House Passes Final FY2015 NDAA, Including RD-180 Cutoff, Money for New Engine
The House passed the compromise National Defense Authorization Act (NDAA) for FY2015 today by a vote of 300-119. The Senate is expected to the pass the bill next week. It includes restrictions on the future use of Russia’s RD-180 rocket engine for the Atlas V rocket and authorizes $220 million to begin development of a U.S. alternative.
The House passed its version of the bill on May 22 and the Senate Armed Services Committee (SASC) approved a version on June 2. The bill never made it to the floor of the Senate for a vote, however. Instead, House and Senate members negotiated the final version (H.R. 3979) behind closed doors over the past several months.
The bill authorizes $585 billion for the Department of Defense (DOD) -- $521 billion in base spending plus $64 billion for Overseas Contingency Operations (e.g. for the war in Afghanistan).
The bill has an entire subtitle devoted to a broad range of concerns about national security space programs (Subtitle A of Title XVI), including several provisions about space launch. Among them is a restriction on the use of Russian RD-180 engines for the United Launch Alliance’s (ULA’s) Atlas V rocket. ULA’s Atlas V and Delta IV are Evolved Expendable Launch Vehicles (EELVs).
Section 1608 prohibits the Secretary of Defense (SecDef) from awarding or renewing a contract under the EELV program if it carries out space launch activities using rocket engines designed or manufactured in Russia. The language does provide waiver authority if needed for national security or if launch services could not be obtained at a fair and reasonable price otherwise.
The language also exempts engines that were ordered under the block buy contract that the Air Force signed with ULA in December 2013 or under any contract signed before February 1, 2014 where the engines were fully paid for by the contractor or covered by a legally binding commitment that the contractor pay for them.
U.S. reliance on Russian rocket engines to launch many U.S. national security satellites became a significant issue this spring after Russia annexed Crimea, beginning a downward spiral in U.S.-Russian geopolitical relationships. ULA and the Air Force insist that it is "business as usual" with the Russian company that builds the engines, but they have also acknowledged that it is time for the U.S. to build its own new liquid rocket engine. ULA President Tory Bruno recently framed it as a business decision, not a geopolitical one, however.
The bill also requires the SecDef to develop a new U.S. liquid rocket engine (actually a propulsion system) by 2019. The bill authorizes $220 million in FY2015, while noting that it “is not an authorization of funds for development of a new launch vehicle.” (It is important to note that authorization bills only recommend funding levels, they do not actually provide any money. Only appropriations bills give agencies money to spend. Congress has not completed action on any of the FY2015 appropriations bills yet.)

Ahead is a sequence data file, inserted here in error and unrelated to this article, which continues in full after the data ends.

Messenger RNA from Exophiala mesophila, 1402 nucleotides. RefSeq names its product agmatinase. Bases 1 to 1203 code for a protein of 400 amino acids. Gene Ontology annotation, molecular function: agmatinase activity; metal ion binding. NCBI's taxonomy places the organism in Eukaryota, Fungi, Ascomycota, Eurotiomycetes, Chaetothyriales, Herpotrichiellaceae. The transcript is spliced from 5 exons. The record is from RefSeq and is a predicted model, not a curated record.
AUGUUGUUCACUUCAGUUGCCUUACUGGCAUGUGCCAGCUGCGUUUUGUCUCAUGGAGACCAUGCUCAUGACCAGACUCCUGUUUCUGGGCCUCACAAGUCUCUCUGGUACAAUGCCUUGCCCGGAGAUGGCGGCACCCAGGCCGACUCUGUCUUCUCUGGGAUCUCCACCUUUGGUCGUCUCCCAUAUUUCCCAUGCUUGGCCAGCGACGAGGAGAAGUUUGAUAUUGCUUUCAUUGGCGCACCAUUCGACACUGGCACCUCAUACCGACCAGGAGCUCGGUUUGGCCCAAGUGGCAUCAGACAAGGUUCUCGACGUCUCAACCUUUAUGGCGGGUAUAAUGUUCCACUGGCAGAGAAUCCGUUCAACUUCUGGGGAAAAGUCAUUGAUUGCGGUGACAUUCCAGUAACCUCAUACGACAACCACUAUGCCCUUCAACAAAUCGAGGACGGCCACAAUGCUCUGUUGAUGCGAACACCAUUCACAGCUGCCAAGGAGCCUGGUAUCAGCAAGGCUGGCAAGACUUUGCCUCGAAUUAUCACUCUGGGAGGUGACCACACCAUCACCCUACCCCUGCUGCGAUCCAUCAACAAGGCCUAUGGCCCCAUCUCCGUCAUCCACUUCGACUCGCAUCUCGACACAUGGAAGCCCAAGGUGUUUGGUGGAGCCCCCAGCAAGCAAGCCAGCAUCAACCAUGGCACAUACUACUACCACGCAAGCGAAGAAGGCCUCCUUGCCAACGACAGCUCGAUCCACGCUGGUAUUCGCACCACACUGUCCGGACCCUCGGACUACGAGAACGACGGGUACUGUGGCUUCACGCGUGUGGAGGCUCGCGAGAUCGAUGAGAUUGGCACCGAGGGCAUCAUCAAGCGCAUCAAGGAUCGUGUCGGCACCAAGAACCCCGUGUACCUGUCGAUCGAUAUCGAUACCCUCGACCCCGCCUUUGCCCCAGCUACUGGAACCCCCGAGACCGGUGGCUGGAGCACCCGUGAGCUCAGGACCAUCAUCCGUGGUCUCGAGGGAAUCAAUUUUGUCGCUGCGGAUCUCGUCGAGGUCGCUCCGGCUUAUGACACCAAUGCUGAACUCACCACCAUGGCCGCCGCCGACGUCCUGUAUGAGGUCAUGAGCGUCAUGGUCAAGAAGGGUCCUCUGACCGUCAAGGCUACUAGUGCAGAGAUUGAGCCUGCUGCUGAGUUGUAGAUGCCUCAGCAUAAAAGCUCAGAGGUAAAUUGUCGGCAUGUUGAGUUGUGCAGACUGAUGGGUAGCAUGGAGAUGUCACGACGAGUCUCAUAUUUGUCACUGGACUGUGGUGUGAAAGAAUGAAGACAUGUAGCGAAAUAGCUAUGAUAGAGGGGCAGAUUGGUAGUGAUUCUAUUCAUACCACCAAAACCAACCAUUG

In response to a query about its reaction to the language in the bill, ULA said by email that “any effort to cut-off the RD-180 before a new reliable engine is available would result in billions of increased costs to the U.S. taxpayer and will leave the nation with a huge gap in national security capabilities.” ULA announced a partnership with Blue Origin in September to build a U.S. alternative to the RD-180.
The bill also –
To mention just a few of the other issues addressed in the bill, it restricts spending to 50 percent of the authorized amount for several programs -- Weather Satellite Follow-on System, Space Based Infrared System (SBIRS) Space Data Exploitation, hosted payload and SBIRS wide field of view testbed, and protected tactical demonstration and protected military satellite communications testbed – until certain certifications or reports are provided to Congress.
It also prohibits use of funds authorized in the bill to store one of DOD’s existing weather satellites (Defense Meteorological Satellite Program –DMSP) until DOD certifies that it plans to launch the satellite and storing it is the most cost effective approach to meeting DOD requirements. That issue pertains to the last DMSP satellite, DMSP-20, which the Air Force appears ambivalent about launching, but the storage costs are high. It has been in storage for many years already. The DMSPs were supposed to be replaced by National Polar-orbiting Operational Environmental Satellite System (NPOESS). DOD has been trying to decide the future of its weather satellite program since NPOESS was cancelled in 2010. It launched DMSP-19 earlier this year, but its plans for DMSP-20 are unsettled.
The bill also requires –
The text of the bill and the joint explanatory statement are posted on the websites of the House Armed Services Committee and the Senate Armed Services Committee.
Editor's Note: H.R. 3979 initially was a bill regarding volunteer firefighters and emergency responders that passed the House and Senate earlier this year. It then became a bill on emergency unemployment compensation. The text of the compromise version of the NDAA was inserted into that bill (replacing what was there), a procedure referred to as using it as a "legislative vehicle" for passing something else. The goal is to speed legislative action by amending a bill that has already passed both chambers. It is not uncommon.
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